During the 1950s, Chicago blues flourished, developing the signatures—use of rhythm sections and amplification, reliance on guitar and harmonica leads, and routine reference to Mississippi Delta styles of playing and singing—that identify it today. Consolidation of blues recording continued, with the new labels Chess, Vee-Jay and Cobra all signing and producing large numbers of artists. Of these, the most prominent was Chess, whose first generation of artists—Muddy Waters (McKinley Morganfield), Little Walter (Jacobs), Willie Dixon, and Howlin' Wolf (Chester Burnett)—were exemplars of Chicago blues style. The distinctive sound of these artists restructured popular music, providing fundamental elements for subsequent genres like soul and rock and roll. Indeed, Waters's work on songs like "Rollin' Stone" (1950) and "Hootchie Cootchie Man" (1954) had international influence, subsequently inspiring the Beatles, Rolling Stones, and other British bands. Dixon was also a figure of special note—in addition to playing bass and writing for artists ranging from Waters to Chuck Berry and Bo Diddley, he supervised most of the studio sessions at Chess beginning in the mid-1950s. Key catalysts to the blues' postwar popularization were "black-appeal" disc jockeys, such as Al Benson and Big Bill Hill, who ensured that records released by Chess, Vee-Jay, and other labels received public exposure. By the late 1950s and early 1960s a new generation of West Side artists, including Otis Rush, Magic Sam (Maghett), and Buddy (George) Guy, carried the work of Waters, Dixon, and other Chess artists even further. Chicago blues soon attracted substantially broader audiences. In 1959, Dixon and Memphis Slim toured England and the Middle East; they would return to Europe in 1962 with a full roster of artists to perform in the first of many annual American Folk Blues Festivals.
The history of Chicago blues since the 1960s has been a contradictory one, combining periods of recession and renewal. By the end of the 1960s, blues had infrastructural as well as aesthetic presence. WVON, the all-day radio station opened by Chess owners Leonard and Phil Chess in 1963, maintained a healthy blues playlist, augmenting programming from other local stations. Blues nightclubs continued to shape black neighborhoods on the South and West sides; Roosevelt Road, Madison Street, and 43rd Street became blues thoroughfares. With the failure of Cobra Records in 1959 and Vee-Jay in 1966, Chess stood as the only remaining major label, and under the supervision of Willie Dixon, consolidated the remaining talent. Old rivals such as Buddy Guy and Otis Rush were signed, along with newcomers Etta James, Little Milton (Campbell), and Koko Taylor. Yet blues music found itself at a disadvantage commercially next to soul, gospel, and other new genres of black popular music. Chess went out of business in 1975, by which time most older clubs were closing down.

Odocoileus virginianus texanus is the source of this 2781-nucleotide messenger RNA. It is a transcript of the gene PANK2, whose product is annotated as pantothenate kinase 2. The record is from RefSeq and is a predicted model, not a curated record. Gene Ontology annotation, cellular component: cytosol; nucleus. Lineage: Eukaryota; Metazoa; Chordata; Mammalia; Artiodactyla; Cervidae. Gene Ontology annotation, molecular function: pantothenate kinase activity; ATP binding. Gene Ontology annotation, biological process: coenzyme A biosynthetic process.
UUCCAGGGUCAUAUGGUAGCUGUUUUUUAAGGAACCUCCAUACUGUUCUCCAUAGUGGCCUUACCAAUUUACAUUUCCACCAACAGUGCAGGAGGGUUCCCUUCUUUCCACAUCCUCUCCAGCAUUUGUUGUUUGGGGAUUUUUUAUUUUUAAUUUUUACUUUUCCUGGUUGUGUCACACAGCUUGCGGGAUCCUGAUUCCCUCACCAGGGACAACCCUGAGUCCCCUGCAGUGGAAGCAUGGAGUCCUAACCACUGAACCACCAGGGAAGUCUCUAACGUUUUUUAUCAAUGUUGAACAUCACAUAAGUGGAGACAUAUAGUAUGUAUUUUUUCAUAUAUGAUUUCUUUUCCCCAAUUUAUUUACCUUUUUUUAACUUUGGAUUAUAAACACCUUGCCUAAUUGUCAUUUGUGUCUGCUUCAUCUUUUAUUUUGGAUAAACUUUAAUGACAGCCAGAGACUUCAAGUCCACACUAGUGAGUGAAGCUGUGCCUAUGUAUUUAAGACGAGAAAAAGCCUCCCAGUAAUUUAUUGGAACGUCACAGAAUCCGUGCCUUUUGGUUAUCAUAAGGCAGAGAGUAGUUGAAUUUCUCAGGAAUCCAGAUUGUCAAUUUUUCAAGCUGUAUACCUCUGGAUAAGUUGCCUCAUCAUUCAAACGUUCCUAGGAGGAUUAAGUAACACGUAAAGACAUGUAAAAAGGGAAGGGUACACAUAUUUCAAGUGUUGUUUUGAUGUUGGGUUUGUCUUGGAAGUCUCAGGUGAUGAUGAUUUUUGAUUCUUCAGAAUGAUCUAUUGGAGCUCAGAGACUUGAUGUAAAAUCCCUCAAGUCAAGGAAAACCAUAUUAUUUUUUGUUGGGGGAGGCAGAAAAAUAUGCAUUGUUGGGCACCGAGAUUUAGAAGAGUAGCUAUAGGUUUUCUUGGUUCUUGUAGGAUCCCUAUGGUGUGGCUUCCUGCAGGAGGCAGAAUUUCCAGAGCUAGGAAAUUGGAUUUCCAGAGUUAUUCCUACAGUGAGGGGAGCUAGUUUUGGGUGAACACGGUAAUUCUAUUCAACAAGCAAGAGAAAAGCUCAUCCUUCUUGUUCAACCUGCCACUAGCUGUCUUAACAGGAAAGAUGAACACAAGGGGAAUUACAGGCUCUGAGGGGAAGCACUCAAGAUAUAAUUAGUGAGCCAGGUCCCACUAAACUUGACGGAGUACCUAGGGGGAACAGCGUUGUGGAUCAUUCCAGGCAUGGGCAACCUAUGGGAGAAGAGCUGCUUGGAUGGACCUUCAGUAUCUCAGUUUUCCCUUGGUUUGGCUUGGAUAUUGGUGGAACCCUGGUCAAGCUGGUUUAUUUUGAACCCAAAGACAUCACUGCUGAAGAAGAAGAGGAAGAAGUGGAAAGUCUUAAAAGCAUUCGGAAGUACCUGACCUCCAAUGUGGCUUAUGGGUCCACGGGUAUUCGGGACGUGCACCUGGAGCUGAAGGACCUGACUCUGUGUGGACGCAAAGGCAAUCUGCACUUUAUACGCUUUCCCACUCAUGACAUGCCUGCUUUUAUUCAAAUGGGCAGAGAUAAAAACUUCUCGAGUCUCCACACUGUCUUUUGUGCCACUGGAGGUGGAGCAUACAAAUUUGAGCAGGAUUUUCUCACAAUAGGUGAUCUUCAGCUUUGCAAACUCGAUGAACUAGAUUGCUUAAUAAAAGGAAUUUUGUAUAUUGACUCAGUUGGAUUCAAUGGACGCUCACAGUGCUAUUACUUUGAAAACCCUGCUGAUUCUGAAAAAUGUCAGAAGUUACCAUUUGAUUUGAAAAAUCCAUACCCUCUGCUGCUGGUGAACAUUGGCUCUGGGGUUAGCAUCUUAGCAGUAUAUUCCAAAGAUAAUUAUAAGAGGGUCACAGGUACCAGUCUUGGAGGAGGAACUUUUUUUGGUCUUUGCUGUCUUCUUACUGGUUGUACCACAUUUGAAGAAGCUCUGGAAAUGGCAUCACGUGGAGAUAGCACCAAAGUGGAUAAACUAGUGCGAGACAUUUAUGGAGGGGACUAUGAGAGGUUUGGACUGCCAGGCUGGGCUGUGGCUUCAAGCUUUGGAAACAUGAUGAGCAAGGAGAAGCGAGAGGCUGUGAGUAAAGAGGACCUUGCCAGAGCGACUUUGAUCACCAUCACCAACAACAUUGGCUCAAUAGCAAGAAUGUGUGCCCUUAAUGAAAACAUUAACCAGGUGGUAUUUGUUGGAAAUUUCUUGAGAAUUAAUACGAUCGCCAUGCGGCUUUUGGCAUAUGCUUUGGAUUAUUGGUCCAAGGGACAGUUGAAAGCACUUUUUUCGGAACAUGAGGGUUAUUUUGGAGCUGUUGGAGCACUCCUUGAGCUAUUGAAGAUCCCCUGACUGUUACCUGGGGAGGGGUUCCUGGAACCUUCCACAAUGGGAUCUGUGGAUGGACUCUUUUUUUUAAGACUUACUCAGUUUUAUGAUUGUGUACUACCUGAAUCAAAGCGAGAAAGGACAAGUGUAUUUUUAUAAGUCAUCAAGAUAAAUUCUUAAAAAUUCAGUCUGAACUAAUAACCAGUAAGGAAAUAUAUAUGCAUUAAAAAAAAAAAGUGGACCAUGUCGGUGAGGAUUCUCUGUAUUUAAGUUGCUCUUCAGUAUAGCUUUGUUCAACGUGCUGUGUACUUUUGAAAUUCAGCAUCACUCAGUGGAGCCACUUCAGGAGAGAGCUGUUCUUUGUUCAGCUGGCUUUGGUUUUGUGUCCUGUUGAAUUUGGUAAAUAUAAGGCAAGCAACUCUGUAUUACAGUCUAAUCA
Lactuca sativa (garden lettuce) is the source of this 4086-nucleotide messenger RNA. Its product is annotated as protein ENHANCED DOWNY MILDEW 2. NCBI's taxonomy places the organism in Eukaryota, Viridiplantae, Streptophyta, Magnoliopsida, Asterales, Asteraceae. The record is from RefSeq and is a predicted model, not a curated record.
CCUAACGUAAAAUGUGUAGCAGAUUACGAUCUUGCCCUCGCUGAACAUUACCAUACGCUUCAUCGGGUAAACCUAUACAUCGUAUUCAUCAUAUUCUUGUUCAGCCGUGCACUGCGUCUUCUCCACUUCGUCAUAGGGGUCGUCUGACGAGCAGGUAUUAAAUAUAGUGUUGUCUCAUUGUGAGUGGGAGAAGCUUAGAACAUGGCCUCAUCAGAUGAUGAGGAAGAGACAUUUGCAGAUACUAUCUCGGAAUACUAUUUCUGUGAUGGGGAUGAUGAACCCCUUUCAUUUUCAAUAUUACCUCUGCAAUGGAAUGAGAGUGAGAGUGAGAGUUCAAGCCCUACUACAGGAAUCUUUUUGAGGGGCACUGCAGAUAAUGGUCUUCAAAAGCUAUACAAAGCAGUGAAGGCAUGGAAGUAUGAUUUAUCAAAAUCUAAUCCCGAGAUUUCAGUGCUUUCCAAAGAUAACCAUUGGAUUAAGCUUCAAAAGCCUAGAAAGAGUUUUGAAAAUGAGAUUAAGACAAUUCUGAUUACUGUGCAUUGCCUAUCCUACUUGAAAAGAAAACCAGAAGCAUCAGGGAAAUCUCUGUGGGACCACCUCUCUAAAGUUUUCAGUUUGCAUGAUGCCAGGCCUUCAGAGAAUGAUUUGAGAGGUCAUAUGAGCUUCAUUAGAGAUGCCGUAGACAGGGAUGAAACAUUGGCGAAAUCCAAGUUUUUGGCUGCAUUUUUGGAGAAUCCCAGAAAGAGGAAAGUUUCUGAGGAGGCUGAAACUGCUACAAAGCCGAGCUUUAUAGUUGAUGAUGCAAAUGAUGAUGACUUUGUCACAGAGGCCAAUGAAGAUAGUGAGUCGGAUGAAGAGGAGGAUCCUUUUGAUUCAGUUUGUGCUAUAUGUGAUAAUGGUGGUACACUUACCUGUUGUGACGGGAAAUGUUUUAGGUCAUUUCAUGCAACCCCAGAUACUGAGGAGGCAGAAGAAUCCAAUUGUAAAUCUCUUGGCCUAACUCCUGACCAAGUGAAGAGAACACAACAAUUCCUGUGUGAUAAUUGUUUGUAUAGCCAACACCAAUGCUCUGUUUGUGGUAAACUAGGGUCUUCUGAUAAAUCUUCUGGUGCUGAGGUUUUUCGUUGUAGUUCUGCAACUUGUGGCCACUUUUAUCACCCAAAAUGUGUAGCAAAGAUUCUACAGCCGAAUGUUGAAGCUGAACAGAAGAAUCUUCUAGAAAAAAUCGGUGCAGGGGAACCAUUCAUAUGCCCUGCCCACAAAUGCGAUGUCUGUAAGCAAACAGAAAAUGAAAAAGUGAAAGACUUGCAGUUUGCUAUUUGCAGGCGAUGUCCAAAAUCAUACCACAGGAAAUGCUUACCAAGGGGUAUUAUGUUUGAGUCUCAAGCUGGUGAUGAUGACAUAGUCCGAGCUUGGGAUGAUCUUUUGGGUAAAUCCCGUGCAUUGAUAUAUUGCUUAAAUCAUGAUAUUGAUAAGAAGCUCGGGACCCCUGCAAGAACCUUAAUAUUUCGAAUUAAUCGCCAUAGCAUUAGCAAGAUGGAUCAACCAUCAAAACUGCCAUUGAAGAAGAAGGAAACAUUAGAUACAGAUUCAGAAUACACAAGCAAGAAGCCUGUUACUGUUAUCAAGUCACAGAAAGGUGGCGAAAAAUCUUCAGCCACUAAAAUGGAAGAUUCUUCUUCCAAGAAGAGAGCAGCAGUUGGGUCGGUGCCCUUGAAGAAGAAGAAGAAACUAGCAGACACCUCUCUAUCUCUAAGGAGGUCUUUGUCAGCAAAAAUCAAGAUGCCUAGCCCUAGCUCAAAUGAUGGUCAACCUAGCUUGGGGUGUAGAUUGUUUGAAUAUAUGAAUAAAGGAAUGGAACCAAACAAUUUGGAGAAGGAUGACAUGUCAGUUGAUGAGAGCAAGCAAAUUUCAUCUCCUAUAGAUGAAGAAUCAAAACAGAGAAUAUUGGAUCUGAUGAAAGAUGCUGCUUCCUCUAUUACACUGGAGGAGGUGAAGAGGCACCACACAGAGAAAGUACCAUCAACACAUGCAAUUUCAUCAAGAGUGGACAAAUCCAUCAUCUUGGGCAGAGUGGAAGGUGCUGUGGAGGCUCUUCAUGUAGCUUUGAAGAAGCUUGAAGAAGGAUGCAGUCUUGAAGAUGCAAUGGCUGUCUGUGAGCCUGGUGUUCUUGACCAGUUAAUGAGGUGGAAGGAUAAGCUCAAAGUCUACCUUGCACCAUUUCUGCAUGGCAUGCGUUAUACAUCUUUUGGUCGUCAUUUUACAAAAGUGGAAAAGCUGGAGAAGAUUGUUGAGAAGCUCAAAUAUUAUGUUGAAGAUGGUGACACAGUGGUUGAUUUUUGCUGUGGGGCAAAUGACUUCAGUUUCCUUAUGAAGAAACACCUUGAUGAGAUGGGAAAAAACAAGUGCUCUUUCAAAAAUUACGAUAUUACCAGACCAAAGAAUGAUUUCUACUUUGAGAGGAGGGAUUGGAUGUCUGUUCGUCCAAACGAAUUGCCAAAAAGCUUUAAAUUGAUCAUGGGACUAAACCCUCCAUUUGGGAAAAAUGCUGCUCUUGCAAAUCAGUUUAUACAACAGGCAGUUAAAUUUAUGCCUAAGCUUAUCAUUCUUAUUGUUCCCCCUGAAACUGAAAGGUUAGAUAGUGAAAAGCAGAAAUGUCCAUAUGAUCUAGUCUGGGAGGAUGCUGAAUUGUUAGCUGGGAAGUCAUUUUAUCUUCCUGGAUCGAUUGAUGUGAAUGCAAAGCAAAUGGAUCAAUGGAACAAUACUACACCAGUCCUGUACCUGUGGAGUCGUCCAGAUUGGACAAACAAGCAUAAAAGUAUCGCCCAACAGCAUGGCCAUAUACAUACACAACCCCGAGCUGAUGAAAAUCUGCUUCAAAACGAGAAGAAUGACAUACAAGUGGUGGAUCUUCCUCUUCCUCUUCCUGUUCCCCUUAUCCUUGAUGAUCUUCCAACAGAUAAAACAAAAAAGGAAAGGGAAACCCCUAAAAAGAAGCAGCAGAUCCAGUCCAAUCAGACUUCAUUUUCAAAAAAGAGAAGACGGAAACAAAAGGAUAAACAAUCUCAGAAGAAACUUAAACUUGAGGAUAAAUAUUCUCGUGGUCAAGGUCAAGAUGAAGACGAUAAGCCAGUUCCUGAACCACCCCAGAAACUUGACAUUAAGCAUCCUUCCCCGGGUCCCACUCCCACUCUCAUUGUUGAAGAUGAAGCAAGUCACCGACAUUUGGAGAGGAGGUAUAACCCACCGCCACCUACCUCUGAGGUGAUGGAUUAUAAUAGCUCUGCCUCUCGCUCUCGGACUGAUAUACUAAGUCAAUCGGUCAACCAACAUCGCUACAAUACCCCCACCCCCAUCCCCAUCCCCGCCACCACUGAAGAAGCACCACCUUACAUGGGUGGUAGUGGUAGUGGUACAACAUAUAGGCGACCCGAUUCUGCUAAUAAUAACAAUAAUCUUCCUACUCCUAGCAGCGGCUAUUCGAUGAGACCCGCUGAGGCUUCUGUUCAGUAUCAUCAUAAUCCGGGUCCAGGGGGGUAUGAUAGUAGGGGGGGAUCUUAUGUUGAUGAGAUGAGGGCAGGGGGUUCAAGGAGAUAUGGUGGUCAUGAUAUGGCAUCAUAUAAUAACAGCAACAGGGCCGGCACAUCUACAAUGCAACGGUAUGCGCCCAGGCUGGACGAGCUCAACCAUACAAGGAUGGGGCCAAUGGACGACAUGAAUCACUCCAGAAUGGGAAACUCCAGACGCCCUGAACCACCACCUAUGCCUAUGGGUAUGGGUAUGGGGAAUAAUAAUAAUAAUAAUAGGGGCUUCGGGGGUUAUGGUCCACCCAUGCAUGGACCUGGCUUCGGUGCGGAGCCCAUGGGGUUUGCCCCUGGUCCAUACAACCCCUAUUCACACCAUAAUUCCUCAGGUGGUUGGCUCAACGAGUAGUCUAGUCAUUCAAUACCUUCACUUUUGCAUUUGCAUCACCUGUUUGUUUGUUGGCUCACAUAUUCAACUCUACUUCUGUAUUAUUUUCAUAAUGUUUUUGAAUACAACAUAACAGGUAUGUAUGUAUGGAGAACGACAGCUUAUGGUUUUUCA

While Chicago blues did not recapture its centrality to the civic life of the African American community, a renaissance has been building since the late 1960s, when blues found a new audience drawn from followers of rock music searching out roots artists. Such local labels as Delmark, which recorded Junior Wells (Amos Blakemore) and Magic Sam (Sam Maghett), and Alligator, which recorded Koko Taylor and Lonnie Brooks (Lee Baker Jr.), built a new national audience for Chicago blues. Old-line clubs (notably the Checkerboard) on the South and West sides have been joined by new venues on the South, West, and North Sides (notably Kingston Mines) serving the tourist industry and predominantly white fans of blues. In 1984 Chicago inaugurated an annual blues festival. Continued participation in Chicago blues culture underscores that, as in earlier times, the music serves as "living history," shaping both memories of and hopes for urban social life.
—Adam Green, a member of the Local Arrangements Committee for the 2003 annual meeting, teaches at Northwestern University.